firstly, red Meat and processed meat should not be mentioned in the same article. They are entirely different and clasified in different groups, both in terms of risk and in terms of food group.

    Secondly, The 2a group is defined as : ” An agent may be classified in this group when there is inadequate evidence of carcinogenicity in humans ”

    There is in fact VERY little evidence that red meat causes cancer. Even in animal studies the evidence is very poor.

    Almost all of the research is from epidemiological studies which are also notoriously poor. In fact the studies have also been shown to not account for other confounding lifestyle factors, like sugar consumption for instance, level of stress, exercise level or the consumption of transfats. Targeting Red Meat in these studies is extremely dubious.

    Secondly, these studies also showed an extremely minor percentage increase in the risk.

    If we say that the increase risk caused by red meat is 50% (it is actually 18%) That is still so microscopically small that it hardly registers. Lets to the math.

    Lets say a certain cancer has an incidence rate of 1/10,000 in the population.

    A 50% increase in risk would make the riske : 1.5/10,000

    Compare this to smoking, which has an increase risk of cancer of 1900%.

    As a health science academy, I would have assumed that you would have actually done the research on red meat consumption and the implications of the current findings.

    Thanks.

  • Helene

    Reply Reply November 22, 2018

    Very stupid to put unhealthy processed meat in the same category as healthy grass fed meat – the latter in small quantities is healthy and providing vit B 12 that vegans have to substitute – Alex are you promoting veganism?

    • Hi Helene, thanks for sharing your opinion.

      If you’ve known us for a while, you’d know that we advocate PERSONALISED nutrition.

      As nutrition professionals, it’s important that we don’t push for one universal diet.

      That said, respect for your vegan nutrition clients is critical (as long as you support them to mitigate deficiency risks). And so is respect for meat eaters or any kind of ethical or cultural food choice.

      Unlike most forums you see out there, we want to encourage a healthy debate that nurtures the conversation but doesn’t offend.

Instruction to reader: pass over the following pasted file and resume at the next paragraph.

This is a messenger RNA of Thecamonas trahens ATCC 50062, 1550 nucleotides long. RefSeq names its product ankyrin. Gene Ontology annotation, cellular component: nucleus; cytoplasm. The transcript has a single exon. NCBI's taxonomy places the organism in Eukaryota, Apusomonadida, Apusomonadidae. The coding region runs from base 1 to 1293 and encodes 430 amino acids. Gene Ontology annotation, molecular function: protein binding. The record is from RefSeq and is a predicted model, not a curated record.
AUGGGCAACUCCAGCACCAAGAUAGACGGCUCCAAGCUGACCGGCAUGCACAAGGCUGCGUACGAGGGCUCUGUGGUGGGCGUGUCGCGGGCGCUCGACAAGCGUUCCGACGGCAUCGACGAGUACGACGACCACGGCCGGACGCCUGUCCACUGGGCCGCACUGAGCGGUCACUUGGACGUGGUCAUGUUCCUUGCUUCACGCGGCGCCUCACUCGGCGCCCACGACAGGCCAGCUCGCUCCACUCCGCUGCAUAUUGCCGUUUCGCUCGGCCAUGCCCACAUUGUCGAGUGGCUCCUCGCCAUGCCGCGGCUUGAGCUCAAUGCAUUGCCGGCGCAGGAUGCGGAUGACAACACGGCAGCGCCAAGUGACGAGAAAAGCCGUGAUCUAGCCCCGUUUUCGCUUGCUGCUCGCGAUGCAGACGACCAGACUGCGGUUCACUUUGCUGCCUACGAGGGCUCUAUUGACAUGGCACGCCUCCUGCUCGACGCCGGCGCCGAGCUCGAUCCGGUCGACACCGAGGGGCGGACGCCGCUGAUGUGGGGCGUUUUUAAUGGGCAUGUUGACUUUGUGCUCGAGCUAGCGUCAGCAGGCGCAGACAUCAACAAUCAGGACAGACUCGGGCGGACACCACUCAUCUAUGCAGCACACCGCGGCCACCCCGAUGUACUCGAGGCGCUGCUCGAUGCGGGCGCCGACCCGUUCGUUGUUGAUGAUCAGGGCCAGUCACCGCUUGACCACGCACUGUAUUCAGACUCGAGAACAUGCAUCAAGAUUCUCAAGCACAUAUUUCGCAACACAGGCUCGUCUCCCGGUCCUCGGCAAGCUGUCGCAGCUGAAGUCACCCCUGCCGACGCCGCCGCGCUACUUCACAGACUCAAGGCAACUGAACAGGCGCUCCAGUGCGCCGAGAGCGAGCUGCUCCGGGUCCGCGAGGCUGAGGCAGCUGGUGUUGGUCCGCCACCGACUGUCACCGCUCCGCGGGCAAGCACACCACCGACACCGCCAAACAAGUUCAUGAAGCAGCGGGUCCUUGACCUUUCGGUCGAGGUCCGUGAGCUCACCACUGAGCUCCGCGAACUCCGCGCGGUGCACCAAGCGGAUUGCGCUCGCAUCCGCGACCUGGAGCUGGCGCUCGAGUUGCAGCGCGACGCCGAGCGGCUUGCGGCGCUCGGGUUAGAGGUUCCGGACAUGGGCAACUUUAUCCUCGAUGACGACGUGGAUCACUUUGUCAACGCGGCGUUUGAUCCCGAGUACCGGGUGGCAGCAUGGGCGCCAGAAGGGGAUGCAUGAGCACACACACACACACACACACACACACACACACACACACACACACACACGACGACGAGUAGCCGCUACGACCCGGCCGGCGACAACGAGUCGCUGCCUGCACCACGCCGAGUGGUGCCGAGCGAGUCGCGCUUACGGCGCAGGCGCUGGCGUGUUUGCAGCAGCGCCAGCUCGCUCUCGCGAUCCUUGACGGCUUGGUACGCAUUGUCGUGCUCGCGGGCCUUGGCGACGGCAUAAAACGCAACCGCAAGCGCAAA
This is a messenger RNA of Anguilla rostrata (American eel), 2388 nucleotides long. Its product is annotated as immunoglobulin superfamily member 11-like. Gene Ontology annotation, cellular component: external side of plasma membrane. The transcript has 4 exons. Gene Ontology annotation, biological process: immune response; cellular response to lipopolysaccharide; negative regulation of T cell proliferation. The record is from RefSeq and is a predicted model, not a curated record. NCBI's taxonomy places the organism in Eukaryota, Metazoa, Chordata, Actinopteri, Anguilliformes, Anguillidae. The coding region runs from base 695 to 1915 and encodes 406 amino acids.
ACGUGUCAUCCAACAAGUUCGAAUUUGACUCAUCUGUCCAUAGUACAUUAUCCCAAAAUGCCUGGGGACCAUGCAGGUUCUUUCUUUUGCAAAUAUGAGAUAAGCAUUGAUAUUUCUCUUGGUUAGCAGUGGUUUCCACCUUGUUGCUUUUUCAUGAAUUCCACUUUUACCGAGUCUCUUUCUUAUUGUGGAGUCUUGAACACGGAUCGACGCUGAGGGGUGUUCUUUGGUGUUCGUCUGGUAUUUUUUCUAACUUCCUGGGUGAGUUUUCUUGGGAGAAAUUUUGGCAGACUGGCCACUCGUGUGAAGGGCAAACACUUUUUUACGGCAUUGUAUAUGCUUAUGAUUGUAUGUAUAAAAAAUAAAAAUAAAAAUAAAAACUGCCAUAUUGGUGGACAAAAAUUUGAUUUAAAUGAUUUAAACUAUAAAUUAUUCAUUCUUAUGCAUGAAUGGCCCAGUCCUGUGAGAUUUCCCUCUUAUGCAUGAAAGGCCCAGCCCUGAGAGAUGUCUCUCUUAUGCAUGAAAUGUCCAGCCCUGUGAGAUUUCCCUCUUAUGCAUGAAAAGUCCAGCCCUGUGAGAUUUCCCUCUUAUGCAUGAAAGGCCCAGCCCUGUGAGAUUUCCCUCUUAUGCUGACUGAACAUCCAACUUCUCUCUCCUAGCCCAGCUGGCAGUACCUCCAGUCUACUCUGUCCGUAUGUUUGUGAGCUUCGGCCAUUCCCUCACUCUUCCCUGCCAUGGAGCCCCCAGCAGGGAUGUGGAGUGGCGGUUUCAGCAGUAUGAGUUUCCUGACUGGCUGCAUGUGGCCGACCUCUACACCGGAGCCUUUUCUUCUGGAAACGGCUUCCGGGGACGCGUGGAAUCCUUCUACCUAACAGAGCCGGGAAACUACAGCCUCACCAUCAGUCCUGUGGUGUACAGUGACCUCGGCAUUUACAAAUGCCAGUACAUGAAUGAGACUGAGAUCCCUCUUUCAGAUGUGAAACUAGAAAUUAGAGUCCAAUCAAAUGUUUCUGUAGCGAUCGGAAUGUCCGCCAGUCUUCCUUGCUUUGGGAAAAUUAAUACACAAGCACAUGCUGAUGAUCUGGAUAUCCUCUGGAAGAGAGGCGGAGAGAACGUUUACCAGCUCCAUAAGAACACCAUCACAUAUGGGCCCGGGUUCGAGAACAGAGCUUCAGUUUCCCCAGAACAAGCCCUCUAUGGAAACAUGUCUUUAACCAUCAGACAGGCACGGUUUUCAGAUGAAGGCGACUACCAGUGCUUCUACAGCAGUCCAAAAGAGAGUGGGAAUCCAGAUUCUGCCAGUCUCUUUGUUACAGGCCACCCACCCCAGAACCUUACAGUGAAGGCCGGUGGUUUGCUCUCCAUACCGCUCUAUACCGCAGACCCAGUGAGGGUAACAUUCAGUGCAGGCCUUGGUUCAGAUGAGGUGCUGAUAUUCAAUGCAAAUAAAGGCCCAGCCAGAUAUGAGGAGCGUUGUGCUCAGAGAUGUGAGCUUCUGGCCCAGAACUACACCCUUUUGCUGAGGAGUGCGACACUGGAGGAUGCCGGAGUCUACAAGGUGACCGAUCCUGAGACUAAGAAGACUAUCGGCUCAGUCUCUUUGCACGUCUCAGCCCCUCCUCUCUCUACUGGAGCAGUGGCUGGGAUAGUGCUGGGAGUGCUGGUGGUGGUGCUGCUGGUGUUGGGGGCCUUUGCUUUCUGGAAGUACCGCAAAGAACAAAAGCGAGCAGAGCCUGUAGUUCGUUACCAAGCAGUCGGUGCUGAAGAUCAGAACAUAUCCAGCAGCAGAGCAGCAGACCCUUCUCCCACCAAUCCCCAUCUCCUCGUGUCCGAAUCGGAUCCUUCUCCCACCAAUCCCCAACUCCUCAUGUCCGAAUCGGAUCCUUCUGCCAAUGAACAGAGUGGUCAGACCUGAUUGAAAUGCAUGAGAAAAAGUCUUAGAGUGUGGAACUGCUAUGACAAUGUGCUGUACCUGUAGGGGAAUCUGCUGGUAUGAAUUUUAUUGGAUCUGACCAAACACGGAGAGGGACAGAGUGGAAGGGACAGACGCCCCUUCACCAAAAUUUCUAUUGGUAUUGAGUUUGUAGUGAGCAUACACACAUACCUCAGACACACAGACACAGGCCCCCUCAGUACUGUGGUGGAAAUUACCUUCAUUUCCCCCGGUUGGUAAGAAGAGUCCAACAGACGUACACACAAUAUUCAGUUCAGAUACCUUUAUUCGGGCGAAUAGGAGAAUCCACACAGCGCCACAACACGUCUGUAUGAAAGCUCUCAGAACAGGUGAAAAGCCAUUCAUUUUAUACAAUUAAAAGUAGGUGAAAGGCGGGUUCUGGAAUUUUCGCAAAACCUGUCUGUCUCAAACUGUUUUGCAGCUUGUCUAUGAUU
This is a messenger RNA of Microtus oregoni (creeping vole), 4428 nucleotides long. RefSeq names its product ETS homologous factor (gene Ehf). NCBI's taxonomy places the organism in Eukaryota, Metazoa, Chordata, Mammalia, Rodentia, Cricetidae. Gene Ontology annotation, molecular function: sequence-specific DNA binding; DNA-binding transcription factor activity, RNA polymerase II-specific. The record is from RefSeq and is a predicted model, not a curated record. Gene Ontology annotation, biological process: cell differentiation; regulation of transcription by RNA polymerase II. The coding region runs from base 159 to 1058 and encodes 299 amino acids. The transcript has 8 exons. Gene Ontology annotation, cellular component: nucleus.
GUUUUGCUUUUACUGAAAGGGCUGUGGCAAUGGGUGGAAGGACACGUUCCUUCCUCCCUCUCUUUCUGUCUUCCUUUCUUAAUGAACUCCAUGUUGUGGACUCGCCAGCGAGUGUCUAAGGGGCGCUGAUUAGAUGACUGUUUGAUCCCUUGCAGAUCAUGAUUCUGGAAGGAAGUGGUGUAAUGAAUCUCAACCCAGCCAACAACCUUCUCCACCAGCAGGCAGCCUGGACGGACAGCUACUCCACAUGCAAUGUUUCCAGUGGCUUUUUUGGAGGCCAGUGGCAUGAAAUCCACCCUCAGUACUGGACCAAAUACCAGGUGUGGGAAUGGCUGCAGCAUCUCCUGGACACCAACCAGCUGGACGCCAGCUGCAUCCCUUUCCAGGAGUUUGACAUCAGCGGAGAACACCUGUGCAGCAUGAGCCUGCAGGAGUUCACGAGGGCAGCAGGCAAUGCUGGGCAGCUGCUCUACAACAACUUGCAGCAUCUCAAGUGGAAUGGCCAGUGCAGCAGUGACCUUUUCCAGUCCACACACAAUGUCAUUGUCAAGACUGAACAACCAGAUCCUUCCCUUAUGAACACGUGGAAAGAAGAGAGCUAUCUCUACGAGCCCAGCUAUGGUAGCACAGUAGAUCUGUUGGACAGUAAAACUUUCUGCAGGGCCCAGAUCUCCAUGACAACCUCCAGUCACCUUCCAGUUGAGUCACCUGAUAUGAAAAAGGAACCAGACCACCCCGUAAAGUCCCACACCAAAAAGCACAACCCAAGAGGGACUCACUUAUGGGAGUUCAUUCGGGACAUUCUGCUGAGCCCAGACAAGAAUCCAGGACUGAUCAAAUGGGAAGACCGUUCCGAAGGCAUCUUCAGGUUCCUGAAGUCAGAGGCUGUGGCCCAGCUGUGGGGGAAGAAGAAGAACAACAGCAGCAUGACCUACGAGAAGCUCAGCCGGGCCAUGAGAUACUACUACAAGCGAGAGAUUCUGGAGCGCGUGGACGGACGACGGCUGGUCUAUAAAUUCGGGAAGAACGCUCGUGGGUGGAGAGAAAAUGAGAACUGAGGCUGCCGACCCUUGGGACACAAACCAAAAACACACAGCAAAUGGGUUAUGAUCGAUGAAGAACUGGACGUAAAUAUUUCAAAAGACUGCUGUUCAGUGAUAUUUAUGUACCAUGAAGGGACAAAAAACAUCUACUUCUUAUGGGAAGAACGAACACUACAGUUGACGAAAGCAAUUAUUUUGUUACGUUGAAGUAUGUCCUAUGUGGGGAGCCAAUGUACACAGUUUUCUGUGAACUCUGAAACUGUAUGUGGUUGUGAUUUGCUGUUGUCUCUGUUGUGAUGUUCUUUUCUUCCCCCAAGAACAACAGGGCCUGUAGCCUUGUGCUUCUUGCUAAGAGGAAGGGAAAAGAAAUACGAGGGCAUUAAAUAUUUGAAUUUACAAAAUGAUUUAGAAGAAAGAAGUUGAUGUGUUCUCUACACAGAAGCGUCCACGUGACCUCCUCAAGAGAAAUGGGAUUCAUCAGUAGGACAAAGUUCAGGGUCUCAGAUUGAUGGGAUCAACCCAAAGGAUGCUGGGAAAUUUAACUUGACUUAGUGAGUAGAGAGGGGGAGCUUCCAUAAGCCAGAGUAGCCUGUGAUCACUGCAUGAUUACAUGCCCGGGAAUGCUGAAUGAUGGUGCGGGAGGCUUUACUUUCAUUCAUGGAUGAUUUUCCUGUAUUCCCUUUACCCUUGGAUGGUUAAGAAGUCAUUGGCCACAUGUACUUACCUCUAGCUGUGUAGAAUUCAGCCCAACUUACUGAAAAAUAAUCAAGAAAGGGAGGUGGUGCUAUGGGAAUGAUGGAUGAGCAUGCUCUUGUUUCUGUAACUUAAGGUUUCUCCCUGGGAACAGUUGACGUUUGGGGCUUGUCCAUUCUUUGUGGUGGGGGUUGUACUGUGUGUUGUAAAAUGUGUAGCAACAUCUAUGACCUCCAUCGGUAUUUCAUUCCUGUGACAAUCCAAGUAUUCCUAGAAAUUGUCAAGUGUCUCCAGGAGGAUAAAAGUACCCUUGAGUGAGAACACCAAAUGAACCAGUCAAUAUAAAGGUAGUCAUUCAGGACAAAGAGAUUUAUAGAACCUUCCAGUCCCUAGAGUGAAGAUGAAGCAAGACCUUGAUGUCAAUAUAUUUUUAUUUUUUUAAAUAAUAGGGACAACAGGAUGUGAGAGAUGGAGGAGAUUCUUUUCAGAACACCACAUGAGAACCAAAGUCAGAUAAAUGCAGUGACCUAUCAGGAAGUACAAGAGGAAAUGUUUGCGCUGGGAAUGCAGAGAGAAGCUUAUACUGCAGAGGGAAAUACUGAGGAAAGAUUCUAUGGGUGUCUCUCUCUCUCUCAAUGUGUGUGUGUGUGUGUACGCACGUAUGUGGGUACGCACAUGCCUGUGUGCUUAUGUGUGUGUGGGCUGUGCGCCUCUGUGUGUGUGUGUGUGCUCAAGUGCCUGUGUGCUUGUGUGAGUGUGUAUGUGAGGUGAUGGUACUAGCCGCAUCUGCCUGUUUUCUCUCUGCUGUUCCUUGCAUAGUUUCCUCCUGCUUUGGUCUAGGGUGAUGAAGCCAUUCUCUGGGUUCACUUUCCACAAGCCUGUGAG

P.S. Alex isn’t vegan. But we do have vegans in our team. We also have meat eaters, and all kinds of diets.

      Caroline

  • Iris Schmidt

    Reply Reply November 22, 2018

    I voted no. Processed meat or red meat should not be taxed.

    But I also known from the courses I’ve taken from Alex and health sciences academy that they are super objective and unbiased. They would never promote single diets. Not that I am aware.
    Some people get way too agitated defending their dietary beliefs and rude. Having an opinion doesn’t mean you have to fight everyone trying to convince them. Peace!✌ Xx

  • Dr Mark Dawson, Ph.D.

    Reply Reply November 22, 2018

    Thanks, this is a balanced article and doesn’t bias you one way or another. It clearly states the differences between red and processed meat, and that the tax proposal stems from the opinion of Harvard researchers who can clearly get media attention with such a provocative thought.

    I don’t think red or processed meats are worth being taxed, but there are indeed issues we need to tackle when it comes to food-chain sustainability and environment.

    I’ve been studying several certifications and courses with you for CPD purposes and I know how well you present all sides of the argument in the learning materials, which is always refreshing.

    This is more a matter of public opinion than science. Those who want to get the science, do take the academy’s courses and get your hands on the full body of evidence. They’re clear and don’t try to brainwash you like many other providers leveraging the China Study or other epi research.

    Keep up the great work!

    Mark